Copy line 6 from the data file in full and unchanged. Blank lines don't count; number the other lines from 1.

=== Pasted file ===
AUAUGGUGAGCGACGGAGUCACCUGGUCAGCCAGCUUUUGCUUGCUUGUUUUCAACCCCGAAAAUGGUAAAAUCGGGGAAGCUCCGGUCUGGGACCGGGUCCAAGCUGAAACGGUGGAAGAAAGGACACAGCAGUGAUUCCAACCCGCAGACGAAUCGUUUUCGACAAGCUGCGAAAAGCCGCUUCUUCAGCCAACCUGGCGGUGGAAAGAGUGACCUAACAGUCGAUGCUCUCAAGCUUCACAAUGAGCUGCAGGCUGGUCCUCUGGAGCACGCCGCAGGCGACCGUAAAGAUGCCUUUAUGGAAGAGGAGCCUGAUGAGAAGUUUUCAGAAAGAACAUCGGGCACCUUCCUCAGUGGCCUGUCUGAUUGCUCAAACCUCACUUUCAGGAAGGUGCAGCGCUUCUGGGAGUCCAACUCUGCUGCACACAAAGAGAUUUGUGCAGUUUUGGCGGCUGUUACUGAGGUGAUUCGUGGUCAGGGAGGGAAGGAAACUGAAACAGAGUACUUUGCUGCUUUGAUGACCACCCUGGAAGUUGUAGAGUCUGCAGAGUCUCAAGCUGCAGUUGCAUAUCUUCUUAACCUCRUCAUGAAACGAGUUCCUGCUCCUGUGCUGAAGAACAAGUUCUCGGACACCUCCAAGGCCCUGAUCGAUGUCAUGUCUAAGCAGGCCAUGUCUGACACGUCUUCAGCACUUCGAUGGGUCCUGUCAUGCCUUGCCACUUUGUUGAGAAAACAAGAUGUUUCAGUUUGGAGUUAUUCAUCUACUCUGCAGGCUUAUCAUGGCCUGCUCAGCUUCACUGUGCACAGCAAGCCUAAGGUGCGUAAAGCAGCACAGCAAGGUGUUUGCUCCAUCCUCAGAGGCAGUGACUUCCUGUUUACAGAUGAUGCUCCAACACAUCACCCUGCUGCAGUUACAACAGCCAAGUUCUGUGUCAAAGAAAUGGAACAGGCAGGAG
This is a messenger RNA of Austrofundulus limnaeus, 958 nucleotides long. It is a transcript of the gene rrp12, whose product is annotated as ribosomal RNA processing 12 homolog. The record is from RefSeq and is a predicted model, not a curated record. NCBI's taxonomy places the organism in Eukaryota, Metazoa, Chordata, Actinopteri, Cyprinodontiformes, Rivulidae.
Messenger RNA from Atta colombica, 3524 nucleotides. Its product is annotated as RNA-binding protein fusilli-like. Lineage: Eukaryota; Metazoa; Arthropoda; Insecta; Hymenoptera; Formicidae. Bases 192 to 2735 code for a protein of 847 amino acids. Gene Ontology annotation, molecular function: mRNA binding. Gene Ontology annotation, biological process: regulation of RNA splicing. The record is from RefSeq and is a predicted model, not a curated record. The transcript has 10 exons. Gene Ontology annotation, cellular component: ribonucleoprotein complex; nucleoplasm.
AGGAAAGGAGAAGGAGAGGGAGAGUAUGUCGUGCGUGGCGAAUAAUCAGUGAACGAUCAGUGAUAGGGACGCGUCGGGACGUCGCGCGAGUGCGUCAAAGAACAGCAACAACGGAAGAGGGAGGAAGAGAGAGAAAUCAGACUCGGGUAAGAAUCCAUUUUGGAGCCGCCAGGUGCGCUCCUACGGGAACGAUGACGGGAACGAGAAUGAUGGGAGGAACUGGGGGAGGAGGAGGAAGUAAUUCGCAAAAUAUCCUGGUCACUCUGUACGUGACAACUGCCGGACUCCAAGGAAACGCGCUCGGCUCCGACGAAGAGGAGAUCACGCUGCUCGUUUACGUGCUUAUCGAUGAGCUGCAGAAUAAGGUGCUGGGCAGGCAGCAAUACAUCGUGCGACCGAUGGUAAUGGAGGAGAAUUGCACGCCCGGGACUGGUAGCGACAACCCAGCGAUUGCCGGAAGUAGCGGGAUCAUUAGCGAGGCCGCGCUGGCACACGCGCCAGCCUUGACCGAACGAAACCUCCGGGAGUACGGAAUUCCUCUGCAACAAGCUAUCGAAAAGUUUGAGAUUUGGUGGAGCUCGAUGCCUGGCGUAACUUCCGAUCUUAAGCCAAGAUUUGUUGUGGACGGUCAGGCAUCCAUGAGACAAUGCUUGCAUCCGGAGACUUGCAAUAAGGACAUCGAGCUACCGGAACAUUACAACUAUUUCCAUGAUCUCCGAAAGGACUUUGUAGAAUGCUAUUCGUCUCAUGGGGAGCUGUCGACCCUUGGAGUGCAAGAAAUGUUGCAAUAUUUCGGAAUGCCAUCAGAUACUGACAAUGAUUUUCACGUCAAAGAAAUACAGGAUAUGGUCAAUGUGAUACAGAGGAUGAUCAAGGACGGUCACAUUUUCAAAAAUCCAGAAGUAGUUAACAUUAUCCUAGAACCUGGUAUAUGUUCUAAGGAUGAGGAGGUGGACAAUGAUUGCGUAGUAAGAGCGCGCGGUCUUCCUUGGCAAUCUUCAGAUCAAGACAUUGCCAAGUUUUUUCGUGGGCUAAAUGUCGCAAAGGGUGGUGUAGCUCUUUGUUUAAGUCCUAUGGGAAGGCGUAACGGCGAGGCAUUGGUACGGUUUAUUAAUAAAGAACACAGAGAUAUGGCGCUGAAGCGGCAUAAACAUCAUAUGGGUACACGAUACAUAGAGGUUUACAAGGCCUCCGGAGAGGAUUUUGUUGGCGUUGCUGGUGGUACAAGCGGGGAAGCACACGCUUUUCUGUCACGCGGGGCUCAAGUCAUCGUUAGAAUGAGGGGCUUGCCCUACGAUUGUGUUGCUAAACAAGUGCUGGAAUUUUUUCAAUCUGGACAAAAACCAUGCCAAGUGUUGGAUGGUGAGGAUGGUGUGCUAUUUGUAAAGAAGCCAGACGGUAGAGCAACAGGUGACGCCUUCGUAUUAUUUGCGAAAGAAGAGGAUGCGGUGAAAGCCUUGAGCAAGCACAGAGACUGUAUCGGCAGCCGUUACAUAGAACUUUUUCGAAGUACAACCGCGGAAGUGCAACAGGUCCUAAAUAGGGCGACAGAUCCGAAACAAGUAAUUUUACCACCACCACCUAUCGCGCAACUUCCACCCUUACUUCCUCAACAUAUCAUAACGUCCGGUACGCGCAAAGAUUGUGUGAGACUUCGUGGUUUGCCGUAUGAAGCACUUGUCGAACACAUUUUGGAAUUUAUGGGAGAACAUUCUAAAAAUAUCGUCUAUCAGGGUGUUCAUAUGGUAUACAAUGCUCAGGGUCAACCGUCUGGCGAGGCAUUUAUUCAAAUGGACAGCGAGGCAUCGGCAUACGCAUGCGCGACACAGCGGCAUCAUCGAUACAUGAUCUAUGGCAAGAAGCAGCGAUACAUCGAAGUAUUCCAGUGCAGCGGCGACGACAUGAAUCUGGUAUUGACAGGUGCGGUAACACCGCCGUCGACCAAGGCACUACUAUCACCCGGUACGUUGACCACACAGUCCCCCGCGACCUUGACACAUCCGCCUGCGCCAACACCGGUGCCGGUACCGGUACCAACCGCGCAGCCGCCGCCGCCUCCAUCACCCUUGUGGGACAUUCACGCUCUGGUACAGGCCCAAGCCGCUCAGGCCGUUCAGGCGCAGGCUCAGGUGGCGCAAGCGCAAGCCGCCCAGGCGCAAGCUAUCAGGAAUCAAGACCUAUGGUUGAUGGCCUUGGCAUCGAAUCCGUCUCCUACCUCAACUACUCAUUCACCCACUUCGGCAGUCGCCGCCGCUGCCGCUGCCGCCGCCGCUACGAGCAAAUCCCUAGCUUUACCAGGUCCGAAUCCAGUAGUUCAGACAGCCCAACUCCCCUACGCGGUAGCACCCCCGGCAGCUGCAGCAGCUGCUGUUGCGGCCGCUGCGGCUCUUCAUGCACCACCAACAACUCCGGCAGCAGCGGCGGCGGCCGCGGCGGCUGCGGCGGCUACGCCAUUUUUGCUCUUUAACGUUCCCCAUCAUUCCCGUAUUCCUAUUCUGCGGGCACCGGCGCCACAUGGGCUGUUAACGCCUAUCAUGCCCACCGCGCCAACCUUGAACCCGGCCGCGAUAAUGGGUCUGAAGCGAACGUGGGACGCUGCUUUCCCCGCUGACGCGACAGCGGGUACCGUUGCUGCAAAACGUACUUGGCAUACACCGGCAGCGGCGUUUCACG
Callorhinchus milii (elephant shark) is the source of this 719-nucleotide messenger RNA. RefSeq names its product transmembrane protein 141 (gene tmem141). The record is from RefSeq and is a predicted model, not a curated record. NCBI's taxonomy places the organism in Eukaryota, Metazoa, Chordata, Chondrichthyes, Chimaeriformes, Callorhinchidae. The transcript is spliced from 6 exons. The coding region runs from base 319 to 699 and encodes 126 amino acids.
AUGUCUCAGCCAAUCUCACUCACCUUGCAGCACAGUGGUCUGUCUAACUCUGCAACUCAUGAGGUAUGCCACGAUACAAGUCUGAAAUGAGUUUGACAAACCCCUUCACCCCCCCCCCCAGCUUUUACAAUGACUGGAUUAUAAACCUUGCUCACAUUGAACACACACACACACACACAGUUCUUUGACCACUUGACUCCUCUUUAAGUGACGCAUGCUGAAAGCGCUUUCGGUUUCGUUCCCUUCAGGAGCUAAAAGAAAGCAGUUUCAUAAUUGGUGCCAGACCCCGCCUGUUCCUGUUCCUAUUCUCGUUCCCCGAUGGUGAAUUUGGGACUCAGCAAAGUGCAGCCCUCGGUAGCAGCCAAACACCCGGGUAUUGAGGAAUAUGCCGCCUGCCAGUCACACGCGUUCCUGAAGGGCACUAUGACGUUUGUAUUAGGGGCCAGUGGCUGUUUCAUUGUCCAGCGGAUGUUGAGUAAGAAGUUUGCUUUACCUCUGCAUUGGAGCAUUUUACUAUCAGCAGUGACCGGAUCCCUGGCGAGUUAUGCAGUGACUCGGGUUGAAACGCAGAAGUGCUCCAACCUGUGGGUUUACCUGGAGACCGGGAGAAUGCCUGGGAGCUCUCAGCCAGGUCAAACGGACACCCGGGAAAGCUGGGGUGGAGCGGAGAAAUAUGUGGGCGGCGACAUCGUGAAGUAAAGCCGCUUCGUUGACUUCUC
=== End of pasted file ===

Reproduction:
AUGUCUCAGCCAAUCUCACUCACCUUGCAGCACAGUGGUCUGUCUAACUCUGCAACUCAUGAGGUAUGCCACGAUACAAGUCUGAAAUGAGUUUGACAAACCCCUUCACCCCCCCCCCCAGCUUUUACAAUGACUGGAUUAUAAACCUUGCUCACAUUGAACACACACACACACACACAGUUCUUUGACCACUUGACUCCUCUUUAAGUGACGCAUGCUGAAAGCGCUUUCGGUUUCGUUCCCUUCAGGAGCUAAAAGAAAGCAGUUUCAUAAUUGGUGCCAGACCCCGCCUGUUCCUGUUCCUAUUCUCGUUCCCCGAUGGUGAAUUUGGGACUCAGCAAAGUGCAGCCCUCGGUAGCAGCCAAACACCCGGGUAUUGAGGAAUAUGCCGCCUGCCAGUCACACGCGUUCCUGAAGGGCACUAUGACGUUUGUAUUAGGGGCCAGUGGCUGUUUCAUUGUCCAGCGGAUGUUGAGUAAGAAGUUUGCUUUACCUCUGCAUUGGAGCAUUUUACUAUCAGCAGUGACCGGAUCCCUGGCGAGUUAUGCAGUGACUCGGGUUGAAACGCAGAAGUGCUCCAACCUGUGGGUUUACCUGGAGACCGGGAGAAUGCCUGGGAGCUCUCAGCCAGGUCAAACGGACACCCGGGAAAGCUGGGGUGGAGCGGAGAAAUAUGUGGGCGGCGACAUCGUGAAGUAAAGCCGCUUCGUUGACUUCUC